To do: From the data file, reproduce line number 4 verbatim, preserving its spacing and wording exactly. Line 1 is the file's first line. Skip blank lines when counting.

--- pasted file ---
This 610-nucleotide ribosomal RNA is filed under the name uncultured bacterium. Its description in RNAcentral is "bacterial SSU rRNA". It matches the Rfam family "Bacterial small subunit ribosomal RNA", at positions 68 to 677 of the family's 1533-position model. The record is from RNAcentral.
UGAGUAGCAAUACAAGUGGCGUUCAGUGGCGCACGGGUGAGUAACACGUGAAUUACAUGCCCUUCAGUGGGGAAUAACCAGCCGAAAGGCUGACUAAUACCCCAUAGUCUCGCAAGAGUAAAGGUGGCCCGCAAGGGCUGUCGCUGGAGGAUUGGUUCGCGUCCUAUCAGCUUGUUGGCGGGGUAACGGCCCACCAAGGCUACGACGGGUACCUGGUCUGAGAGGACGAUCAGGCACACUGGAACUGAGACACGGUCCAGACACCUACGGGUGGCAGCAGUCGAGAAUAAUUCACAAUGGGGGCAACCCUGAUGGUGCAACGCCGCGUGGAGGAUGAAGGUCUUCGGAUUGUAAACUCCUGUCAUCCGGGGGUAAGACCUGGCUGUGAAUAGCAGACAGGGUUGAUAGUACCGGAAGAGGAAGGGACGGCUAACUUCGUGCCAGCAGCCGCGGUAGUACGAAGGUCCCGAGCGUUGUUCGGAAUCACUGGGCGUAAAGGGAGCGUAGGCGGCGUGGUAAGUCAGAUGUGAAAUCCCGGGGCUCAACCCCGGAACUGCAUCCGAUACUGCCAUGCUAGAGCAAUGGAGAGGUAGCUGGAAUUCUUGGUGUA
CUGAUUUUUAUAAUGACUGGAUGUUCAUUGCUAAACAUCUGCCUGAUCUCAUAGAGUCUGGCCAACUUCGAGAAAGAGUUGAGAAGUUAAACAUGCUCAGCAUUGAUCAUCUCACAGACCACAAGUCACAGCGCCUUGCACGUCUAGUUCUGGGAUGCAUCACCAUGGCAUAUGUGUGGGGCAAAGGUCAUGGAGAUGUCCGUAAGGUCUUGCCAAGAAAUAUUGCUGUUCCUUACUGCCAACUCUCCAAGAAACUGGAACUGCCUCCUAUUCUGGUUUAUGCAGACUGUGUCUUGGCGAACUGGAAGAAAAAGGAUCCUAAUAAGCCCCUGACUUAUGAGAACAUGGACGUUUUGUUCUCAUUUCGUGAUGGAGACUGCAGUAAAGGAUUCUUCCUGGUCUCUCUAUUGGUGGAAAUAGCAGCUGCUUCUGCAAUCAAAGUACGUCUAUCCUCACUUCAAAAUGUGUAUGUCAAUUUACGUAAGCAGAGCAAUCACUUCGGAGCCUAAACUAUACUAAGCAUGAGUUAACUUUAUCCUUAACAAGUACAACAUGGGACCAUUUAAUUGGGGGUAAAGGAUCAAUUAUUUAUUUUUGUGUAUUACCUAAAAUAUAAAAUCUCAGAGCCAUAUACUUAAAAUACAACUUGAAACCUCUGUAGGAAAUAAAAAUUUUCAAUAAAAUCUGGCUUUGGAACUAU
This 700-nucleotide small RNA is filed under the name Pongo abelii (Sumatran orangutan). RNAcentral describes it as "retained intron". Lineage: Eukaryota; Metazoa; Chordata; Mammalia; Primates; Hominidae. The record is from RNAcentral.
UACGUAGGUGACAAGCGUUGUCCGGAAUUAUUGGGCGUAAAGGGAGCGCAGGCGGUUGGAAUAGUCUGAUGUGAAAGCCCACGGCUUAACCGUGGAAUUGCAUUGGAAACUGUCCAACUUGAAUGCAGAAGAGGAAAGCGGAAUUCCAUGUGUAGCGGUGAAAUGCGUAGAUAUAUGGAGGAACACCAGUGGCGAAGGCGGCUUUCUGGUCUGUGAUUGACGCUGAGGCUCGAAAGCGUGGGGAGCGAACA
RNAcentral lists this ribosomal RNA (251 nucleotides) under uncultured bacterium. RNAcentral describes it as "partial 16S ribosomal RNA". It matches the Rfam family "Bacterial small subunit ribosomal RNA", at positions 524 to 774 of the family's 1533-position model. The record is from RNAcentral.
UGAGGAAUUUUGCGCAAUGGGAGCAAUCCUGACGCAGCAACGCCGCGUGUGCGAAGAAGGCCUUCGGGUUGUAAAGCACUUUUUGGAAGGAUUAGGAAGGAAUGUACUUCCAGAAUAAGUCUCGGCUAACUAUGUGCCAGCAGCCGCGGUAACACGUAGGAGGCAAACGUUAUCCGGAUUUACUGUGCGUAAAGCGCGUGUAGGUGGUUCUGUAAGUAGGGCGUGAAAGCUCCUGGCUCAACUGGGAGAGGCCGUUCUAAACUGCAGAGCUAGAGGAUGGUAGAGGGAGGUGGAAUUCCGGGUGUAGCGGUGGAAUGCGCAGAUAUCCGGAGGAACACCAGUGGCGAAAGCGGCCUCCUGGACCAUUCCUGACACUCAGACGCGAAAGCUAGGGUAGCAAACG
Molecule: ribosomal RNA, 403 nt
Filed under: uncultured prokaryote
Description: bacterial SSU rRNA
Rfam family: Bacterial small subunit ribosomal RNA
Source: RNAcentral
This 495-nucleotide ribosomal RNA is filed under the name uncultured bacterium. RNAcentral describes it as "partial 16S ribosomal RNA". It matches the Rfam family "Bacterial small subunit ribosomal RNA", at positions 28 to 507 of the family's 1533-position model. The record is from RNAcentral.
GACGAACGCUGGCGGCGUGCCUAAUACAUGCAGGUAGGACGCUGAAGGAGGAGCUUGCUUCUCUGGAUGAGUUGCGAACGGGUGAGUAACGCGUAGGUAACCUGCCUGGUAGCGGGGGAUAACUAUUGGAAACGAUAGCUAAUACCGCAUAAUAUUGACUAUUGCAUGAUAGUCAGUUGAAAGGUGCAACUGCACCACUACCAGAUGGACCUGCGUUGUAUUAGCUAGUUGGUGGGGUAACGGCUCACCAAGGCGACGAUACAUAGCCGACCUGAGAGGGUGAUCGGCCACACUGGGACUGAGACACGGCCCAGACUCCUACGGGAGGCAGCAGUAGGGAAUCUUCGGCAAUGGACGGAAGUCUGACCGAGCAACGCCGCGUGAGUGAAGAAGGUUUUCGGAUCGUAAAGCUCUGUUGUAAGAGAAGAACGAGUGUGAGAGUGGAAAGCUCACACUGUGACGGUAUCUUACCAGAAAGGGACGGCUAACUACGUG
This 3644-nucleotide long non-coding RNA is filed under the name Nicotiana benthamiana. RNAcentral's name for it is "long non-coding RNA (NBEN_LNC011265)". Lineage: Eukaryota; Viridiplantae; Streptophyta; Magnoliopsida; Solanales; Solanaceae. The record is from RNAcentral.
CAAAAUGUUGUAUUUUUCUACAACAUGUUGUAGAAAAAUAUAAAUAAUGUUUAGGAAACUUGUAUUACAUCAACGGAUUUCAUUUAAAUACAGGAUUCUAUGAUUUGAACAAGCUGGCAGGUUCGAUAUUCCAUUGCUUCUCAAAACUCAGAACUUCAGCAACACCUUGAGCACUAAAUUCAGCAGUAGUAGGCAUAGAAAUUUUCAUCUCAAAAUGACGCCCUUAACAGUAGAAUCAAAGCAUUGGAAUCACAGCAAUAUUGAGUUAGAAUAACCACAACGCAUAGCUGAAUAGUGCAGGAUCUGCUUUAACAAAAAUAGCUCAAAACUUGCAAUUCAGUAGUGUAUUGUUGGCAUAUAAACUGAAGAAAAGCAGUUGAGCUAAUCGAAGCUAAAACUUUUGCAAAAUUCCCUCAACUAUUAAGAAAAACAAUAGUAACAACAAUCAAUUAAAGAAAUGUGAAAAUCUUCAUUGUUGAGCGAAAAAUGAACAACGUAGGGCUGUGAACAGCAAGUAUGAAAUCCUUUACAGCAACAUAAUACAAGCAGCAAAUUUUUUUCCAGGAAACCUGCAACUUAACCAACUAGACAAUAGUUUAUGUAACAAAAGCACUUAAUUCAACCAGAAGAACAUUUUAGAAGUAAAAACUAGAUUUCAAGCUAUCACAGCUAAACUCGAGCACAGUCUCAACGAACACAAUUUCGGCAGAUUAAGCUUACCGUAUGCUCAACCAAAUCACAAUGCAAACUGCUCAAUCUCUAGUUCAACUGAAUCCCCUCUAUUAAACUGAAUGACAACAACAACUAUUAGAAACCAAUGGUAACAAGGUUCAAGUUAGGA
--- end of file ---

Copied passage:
This 700-nucleotide small RNA is filed under the name Pongo abelii (Sumatran orangutan). RNAcentral describes it as "retained intron". Lineage: Eukaryota; Metazoa; Chordata; Mammalia; Primates; Hominidae. The record is from RNAcentral.